Donald and Kirk are becoming prolific, Kamal promises to become so :-), Ash wants to
Kirks post here brings back scary memories. Let me explain...
The DTS Team was always amazingly small for what it delivered (as are many teams at MS, the Reporting Services team have done an amazing job for their size). Its tough to get a body count as we shared resources throughout the old tools team, but when we shipped SQL2000 we had;
Me, I was the PM for all of DTS and also the GPM for the Tools Team(think EM, QA, Profiler, Agent, DMO, OSQL, etc etc),
Ted2, was the only developer, he did work on the Wizard, the Designer, both object models(Package and Pump), DTSRun, DTSRunUI ...
Ilarie(a developer) worked 80% of the time on EM but did a little DTS.
Reggie, Terrence and Jun were all testers, that did the API testing (no UI) but they did DMO, XPs as well as DTS and Reggie was also the Test Manager for the entire team.
Jim we converted into a tester because he found such good bugs when he was writing documentation.
We had Ed as a writer, although he was also a Doc Manager and Kathy was our shared Editor with some other teams.
We had more(Ted1, Kishnan, Chang, Bill, Roger, Juan, ...) at the beginning of 2000 and for various reasons this is what we ended up with.
I want to say there was another tester but I can't remember as its a little late. So we had 3 people full time, plus a share of others, lets say it was 5.
When we started on SQL 2005 we knew DTS was somewhere we needed to invest heavily so we started hiring more people into the team. We farmed the new designer work out to the Analysis Services team that were building a new designer for Cubes, Data Mining and other areas and so it made sense to integrate DTS in there as well(although that team has since been merged back into SSIS). We bought a small company and the folks from there went into what we now know as the DataFlow Pipeline. This left us with the Workflow aspects of the DTS runtime. Kirk joined the team from the Home and Entertainment Division, having been working on hardware. We also hired some other folks into the runtime team.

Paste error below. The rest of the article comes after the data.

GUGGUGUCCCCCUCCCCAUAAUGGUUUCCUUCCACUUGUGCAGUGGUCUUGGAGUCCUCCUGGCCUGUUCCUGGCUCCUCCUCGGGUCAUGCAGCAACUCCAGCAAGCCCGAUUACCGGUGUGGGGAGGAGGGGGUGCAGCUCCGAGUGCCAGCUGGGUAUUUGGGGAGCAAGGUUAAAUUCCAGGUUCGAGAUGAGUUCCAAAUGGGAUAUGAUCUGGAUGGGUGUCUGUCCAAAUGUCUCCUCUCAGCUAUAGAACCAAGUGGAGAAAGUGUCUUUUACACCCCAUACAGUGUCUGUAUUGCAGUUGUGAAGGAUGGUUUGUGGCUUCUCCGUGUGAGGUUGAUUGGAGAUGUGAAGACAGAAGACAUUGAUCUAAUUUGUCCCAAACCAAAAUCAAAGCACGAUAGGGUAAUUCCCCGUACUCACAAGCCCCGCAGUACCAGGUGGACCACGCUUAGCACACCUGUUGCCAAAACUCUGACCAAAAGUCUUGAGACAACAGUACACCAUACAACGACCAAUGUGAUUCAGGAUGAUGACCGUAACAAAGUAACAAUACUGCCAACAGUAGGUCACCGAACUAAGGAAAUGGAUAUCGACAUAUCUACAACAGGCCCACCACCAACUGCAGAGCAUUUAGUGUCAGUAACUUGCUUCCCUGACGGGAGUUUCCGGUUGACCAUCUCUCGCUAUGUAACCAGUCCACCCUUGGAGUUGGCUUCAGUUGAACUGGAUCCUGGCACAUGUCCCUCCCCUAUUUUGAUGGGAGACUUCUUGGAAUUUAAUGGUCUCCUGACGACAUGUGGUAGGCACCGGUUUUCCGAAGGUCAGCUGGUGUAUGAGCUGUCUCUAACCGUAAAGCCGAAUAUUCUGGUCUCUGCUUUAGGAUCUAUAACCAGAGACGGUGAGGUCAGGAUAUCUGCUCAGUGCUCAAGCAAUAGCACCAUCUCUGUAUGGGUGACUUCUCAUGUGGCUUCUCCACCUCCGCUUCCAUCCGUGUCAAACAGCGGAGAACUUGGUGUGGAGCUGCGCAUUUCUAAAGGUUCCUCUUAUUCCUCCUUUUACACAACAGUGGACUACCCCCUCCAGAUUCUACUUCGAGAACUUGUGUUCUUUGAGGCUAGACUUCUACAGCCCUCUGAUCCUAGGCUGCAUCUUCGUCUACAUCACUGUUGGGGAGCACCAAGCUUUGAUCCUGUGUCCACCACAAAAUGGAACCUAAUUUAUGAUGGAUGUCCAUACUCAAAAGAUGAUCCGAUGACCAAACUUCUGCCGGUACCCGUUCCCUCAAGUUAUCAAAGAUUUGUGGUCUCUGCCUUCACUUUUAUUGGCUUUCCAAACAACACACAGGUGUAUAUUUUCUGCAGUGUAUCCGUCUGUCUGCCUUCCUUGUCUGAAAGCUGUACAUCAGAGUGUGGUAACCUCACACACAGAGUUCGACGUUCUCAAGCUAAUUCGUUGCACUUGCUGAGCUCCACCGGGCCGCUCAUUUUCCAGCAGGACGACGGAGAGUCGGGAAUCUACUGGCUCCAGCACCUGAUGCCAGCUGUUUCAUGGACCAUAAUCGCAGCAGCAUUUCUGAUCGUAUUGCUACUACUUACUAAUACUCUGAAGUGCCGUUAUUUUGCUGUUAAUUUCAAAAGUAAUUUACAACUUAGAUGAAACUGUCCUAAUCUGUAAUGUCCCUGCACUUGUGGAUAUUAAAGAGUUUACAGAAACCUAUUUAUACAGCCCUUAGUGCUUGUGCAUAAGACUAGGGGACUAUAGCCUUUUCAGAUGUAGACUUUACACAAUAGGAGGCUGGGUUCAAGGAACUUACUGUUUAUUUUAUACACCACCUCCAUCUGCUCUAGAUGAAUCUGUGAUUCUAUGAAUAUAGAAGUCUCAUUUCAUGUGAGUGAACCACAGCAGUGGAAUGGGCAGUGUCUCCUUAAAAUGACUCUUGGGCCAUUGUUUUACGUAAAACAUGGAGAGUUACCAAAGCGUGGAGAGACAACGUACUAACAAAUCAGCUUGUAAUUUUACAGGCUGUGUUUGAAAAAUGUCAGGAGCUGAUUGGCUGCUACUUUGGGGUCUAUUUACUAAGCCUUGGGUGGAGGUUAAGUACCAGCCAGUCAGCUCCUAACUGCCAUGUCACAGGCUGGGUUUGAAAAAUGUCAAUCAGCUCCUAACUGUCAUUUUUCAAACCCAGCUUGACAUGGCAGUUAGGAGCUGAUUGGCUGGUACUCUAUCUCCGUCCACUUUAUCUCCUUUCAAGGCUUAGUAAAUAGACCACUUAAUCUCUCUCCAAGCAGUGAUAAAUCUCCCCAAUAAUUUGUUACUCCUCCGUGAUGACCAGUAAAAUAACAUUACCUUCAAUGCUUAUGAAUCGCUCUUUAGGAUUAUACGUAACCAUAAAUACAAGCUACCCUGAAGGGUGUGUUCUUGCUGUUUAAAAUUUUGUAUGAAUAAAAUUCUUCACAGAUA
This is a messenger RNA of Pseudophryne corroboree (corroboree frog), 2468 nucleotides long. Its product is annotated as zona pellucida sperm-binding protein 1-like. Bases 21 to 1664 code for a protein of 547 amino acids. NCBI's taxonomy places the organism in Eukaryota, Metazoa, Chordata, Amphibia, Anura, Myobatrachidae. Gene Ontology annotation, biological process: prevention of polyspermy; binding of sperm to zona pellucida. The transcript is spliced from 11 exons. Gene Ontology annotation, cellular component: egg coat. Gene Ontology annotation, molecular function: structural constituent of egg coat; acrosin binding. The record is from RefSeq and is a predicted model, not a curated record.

I set out to be the PM for the runtime while we looked to hire one, I was still being the GPM of the team as well as doing some other stuff, so I was pretty busy and was in meetings or doing general team stuff from 10-5/6. So it became a tradition that kirk and I would meet in his office(he had my old one and still claims the toenail clippings on the floor when he moved in were mine, I offered to take a DNA test <g>) every night at 6 for a couple of hours and we would fill kirks whiteboard with ideas for looping, debugging, parameters, deployment, Error Handling, Compensating Actions, ... He would then take notes and work on designs and coding with his team. This went on for a couple of months and then we spun the DTS team off as a separate team and I went on to run the remaining tools team.
Its truly amazing to me how much the SSIS team has delivered in this release, its FAR more than we ever dreamed was possible in terms of features or perf in those early days, but some of those core principles and whiteboard scribbles are there.
Congrats to Kamal, Donald, Kirk and all the other non-bloggers on the SSIS team.